for those who are in or around sane

Tuesday, September 2

garden, pt 8 :: the fruits of labor

after "toiling" and "pruning," i finally have a "crop" to "harvest"...

:: yellow tomato plants ::
the yellow tomatoes are officially not yellow (more orange) and golfball sized. they have a tougher skin but are very juicy inside and taste absolutely wonderful! i either eat them as a snack or use them to jazz up a meal. my favorite dish so far was simple: perfectly cooked scrambled eggs, half a california avacado w/ cottage cheese and one whole "yellow" tomato. all sprinkled lightly with salt & pepper and nothing more. glorious!

:: red tomato plants ::
i have to admit, i am a bit disappointed in my hybrid reds. they are supposed to be at least baseball-sized, wonderfully fleshy and very tasty. so far, i have 1 out of those 3. next year i shall get the same type of plants but plant them by themselves in a larger pot (larger than what i have the yellows in). they apparently need space and fooood to grow big and yummy. however, they are extremely tasty. since the yellows arrived first, i didnt think my garden could produce richer flavors. but perhaps due to the golfball size, the hybrid reds are ah-maze-ing. no salt needed on these buggers. my favorite meal with reds: gorgonzola mushroom ravioli in sage butter w/ fresh shredded cheese.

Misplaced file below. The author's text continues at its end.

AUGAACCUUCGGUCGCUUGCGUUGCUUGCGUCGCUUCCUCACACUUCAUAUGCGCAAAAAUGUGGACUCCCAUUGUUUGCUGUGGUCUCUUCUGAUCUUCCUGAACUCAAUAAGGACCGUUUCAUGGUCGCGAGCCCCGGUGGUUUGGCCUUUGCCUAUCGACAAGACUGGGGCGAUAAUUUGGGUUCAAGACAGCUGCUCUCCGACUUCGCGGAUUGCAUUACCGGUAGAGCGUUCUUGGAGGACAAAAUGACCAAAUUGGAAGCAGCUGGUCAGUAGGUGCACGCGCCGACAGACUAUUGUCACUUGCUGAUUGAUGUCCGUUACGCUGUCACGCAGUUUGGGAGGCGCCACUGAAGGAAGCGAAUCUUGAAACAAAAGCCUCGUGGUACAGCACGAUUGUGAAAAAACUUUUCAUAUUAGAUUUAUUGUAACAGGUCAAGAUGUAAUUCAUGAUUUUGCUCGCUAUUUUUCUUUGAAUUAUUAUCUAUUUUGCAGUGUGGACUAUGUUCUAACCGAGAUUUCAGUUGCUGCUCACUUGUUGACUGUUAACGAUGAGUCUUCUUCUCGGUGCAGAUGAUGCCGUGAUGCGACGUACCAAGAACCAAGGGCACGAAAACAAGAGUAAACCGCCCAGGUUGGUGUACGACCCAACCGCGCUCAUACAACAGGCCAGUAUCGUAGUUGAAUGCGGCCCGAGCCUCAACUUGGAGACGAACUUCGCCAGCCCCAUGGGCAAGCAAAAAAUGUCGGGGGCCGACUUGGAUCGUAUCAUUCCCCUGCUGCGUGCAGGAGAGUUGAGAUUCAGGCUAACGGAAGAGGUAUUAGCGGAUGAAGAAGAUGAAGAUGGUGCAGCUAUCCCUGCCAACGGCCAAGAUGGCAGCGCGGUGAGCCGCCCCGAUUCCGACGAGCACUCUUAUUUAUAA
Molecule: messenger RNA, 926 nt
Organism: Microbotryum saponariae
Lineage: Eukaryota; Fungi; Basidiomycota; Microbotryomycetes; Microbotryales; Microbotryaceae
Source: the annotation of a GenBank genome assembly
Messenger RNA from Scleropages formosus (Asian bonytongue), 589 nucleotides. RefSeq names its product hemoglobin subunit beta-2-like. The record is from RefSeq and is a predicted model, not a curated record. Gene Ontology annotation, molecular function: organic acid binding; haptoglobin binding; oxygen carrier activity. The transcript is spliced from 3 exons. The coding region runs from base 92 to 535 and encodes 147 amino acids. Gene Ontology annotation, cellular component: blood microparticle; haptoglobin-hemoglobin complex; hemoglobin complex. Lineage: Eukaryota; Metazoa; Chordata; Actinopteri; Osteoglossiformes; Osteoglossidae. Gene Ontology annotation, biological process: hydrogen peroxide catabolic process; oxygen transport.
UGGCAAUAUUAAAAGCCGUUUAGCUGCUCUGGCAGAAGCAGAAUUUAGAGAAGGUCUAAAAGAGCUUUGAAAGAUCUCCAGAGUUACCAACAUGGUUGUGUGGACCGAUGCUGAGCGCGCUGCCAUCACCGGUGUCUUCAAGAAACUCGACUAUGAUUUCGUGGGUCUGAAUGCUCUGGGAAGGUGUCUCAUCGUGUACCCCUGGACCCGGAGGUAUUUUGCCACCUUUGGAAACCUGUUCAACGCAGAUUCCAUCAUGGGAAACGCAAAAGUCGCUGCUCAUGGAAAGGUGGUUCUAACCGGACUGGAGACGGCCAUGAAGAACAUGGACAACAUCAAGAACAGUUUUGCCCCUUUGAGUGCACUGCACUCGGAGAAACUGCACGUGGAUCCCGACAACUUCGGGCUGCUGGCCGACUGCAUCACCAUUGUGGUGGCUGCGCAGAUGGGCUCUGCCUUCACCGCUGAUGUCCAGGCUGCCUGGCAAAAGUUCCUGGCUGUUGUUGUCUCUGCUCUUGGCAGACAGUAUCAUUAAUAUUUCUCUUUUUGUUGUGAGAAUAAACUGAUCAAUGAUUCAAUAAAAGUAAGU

:: herbies ::
to date, the herbies have not progressed any further, but they have proven quite helpful in the kitchen. i've made: a lovely simple syrup with local honey and thyme (for cocktails!); amazing hamburgers with thyme, rosemary and goat cheese; and delicate tomato, thyme and goat cheese omelets along with many other dishes that required a kick of fresh basil. i figured this would be my most useful crop, and to date, it is. my plan for the herbies is to attempt to bring them indoors for the winter. not sure if they'll keep, and at the first sign of indoor failure, i pluck, dry and store. next year i'll spread out the herbies a bit more in a good container, and solemnly swear to water at regular intervals - the basil plants have black stems, which i'm told is a result of bad drainage, hence preventing more positive growth.

this has been a fun experiment, and i'm very glad it's producing such wonderful products!



Blogger 10lees said...

This looks like a very tasty garden! I am glad you experimenting worked well and you don't have a brown thumb!

2:14 PM

Blogger littlebmouse said...

the tomatoes are small if you don't water then enough

12:32 PM


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